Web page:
During the next couple of months many people died due to the violence that was going on in this strike. The Pullman strike soon became a nationwide railroad strike in the United States. Since many people lost their jobs after the depression, they had to go try to find a new job which was not easy under the conditions of a strike. When they found a job, many took a huge pay cut often receiving thirty percent less of what they were making before the strike. The Pullman Strike also had an impact on transporting people and goods.
During Westward Expansion farmers fell victims to the low pricing of the crops. Most farmers struggled to make a living due to key issues. There was often a high tax on railroads which had cut a large profit from the farmers. The farmers had no other option other than the railroad since the farmers were often very far off westward in the Great Plains, while the market with a large population was still in eastern cities like New York. Likewise farmers had to pay a middle man in the East to sell their commodities in the East, because the poor farmers were unable to travel all the way to the East to sell their products then come back to start farming for the next year.
The Grapes of Wrath, written by John Steinbeck, took place during the Great Depression, a period in which business activity in the United States was impeded. Farmers had to work even harder to produce and pay off their debts, and when the depression hit, many of these farms were taken by the banks. Because they had no choice to stay, the farmers were forced to migrate with their families to the West in search for opportunities and jobs. In these desperate times, specific gender roles are quickly diminishing, which is shown through the Joad family. The men, focusing on supporting their family and finding work, also are helping out with womanly tasks.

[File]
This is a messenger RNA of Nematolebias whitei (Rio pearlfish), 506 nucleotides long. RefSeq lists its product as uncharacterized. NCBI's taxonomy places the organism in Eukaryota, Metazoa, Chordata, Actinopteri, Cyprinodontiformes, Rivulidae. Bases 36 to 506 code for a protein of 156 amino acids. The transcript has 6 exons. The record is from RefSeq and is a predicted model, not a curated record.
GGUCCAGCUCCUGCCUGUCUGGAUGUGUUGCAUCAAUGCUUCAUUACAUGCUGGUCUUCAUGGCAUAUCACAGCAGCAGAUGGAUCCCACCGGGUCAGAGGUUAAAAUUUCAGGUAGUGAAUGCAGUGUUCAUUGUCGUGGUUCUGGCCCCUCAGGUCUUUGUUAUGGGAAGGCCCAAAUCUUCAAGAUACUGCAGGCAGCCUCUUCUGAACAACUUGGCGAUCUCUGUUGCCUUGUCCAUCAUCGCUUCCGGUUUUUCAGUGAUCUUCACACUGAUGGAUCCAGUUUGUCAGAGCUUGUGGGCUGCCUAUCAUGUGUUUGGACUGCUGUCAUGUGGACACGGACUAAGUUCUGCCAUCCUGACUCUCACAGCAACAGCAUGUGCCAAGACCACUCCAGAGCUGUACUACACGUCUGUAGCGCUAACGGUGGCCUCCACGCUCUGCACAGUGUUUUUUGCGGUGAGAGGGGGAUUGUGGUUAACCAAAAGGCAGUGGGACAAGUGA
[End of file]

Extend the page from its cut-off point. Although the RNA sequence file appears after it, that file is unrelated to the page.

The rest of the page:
The dust bowl was a frightening time for most people during the 1930s. severe drought and a failure to apply dryland farming methods to prevent wind erosion. The Dust Bowl negatively affected people who lived there in a personal way. During the Dust Bowl a lot families and people had to migrate to a different state.“The Dust Bowl forced tens of thousands of families to abandon their farms. ” ("Dust Bowl")Families had to abandon their farms which negatively affects the people because they could not grow crops during the dust bowl.“So many of them came from Oklahoma, migrated to California and other states to find that the Great Depression had rendered economic conditions there little better than those they had left.” ("Dust Bowl")The people
Fields were abandoned and crops were not harvested. The lords that owned these dying lands were desperate for work. Taking advantage of the situation, peasants began to demand for money for their labor. For the first time, peasants were making working conditions and they were working for themselves. The higher social classes did not have as much control over the lower classes.